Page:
Lessons to learn from the Psychology of Personal Change

In Spring of 2009 I developed and lead instruction for a quarter-long course called the Psychology of Personal Change. I worked with Greg Walton, a Psych professor at Stanford in the weeks leading up to the class but once it got startedI was responsible for organizing and teach all 36 of the students who signed up.

The focus of the class was on studying the research done on how people are able to initiate and sustain lasting behavioral changes in their lives. We read papers on dieters, smokers, new year’s resolvers, on self-regulation, on relapse and other topics.

The studies we read lead to a number of actionable ideas that I’ll outline here.

· Choose 1-2 behaviors, not an outcome, to control – you must pick behaviors that you believe will be the most important to achieving your outcome. Then just try to do those behaviors. Use the outcome only as a guide, the focus is on the behavior (don’t obsess over your weight, focus on the food and the exercise)

· Measure your behavior – get a baseline for the behavior, and measure EVERYDAY. Food diary, website (joes goals), iPhone app, etc.

· Get a change coach – someone in the class or out who is supporting you and someone you check in with EVERY WEEK to discuss how things are going. This person will need to answer a few questions at the end of the quarter

· Prepare for relapse – if you screw up (and you will screw up) what are you going to do to get back on track? Create a step-by-step action plan for recovering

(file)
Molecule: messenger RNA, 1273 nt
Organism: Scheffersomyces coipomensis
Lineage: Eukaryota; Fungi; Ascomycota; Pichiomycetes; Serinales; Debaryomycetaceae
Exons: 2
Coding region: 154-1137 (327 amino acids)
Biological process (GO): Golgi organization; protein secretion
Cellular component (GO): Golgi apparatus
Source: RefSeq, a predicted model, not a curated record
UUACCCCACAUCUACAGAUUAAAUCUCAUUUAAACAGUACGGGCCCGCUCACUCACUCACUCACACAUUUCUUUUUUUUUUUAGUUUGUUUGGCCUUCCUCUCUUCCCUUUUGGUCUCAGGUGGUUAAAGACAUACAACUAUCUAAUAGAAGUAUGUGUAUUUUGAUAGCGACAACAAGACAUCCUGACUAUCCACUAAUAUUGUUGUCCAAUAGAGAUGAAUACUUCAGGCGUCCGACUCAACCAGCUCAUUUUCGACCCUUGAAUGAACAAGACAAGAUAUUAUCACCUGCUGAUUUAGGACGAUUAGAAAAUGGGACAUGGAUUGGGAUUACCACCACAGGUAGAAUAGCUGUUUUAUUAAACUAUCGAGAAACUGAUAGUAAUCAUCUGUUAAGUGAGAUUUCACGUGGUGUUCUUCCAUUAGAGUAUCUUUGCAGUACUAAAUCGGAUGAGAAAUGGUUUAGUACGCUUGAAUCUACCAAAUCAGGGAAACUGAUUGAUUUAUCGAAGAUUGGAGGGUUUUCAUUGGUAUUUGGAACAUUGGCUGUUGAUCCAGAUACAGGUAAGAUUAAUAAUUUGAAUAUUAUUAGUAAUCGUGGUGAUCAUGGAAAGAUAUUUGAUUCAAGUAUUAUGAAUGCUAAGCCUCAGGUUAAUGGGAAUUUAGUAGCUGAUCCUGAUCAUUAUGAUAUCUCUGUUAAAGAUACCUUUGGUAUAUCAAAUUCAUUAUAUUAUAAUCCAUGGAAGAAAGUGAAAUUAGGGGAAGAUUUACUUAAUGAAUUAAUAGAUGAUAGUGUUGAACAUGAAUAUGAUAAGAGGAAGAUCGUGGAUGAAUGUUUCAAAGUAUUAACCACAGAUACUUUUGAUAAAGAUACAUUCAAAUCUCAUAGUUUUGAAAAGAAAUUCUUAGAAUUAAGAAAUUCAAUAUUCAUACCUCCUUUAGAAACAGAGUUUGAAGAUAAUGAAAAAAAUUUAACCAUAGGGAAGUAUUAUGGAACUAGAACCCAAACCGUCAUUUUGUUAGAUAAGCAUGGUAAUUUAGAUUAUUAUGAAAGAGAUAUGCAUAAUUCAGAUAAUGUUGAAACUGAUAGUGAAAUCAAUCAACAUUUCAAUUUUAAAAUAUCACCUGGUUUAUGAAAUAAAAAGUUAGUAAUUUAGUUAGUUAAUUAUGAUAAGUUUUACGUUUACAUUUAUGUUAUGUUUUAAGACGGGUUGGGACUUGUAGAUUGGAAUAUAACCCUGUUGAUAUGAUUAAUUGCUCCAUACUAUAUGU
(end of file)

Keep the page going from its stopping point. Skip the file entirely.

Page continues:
· Model after success – find someone (better yet – multiple people) who has done what you want to do (not someone who has always been that way) and ask them for advice on changing

· Identify your focal point – comb your memory for a crystallizing moment – if you don’t have one, create one by writing down what would happen 1 year, 5 years out if you don’t make a change, and 1 year, 5 years out if you DO make a change.

· Control your environment – how can you get reminders for the bad behavior out? How can you introduce new reminders for the good thing? Throw out all the junk food, or bring fruit with you everywhere. Make stick notes all over your room.

· Develop self-efficacy – figure out ways to make yourself feel more confident that you can get this done. This is not the same as self-esteem! Spend time reading about people who have made it. Set small goals, hit them, and repeat.

· Affirm yourself – spend some time thinking/writing down things that are important to you – your values, core beliefs and your intrinsic worth as a human being. Tell your friends and family that you care about them. People who do this are better able to make changes.

· Create a new identity and/or worldview – How will you be a different person because of this change? Can you try to see the world differently that might help facilitate and reinforce the change?

· Exercise – Research indicates that exercising helps people through ANY kind of change. How can you introduce a bit of exercise into your day to help your changes stay?

· Make a firm commitment – Use a friend or a website to put money down that you’ll stick to your change. Enter in a 5k. Tell your parents, your friends and neighbors you’re getting straight A’s this quarter. Buy clothes that are will fit you when you slim down some. Commitment leads to success.

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Jason Shen

Jason is a tech entrepreneur and advocate for Asian American men. He's written extensively and spoken all over the world about how individuals and organizations develop their competitive advantage. Follow him at @jasonshen.

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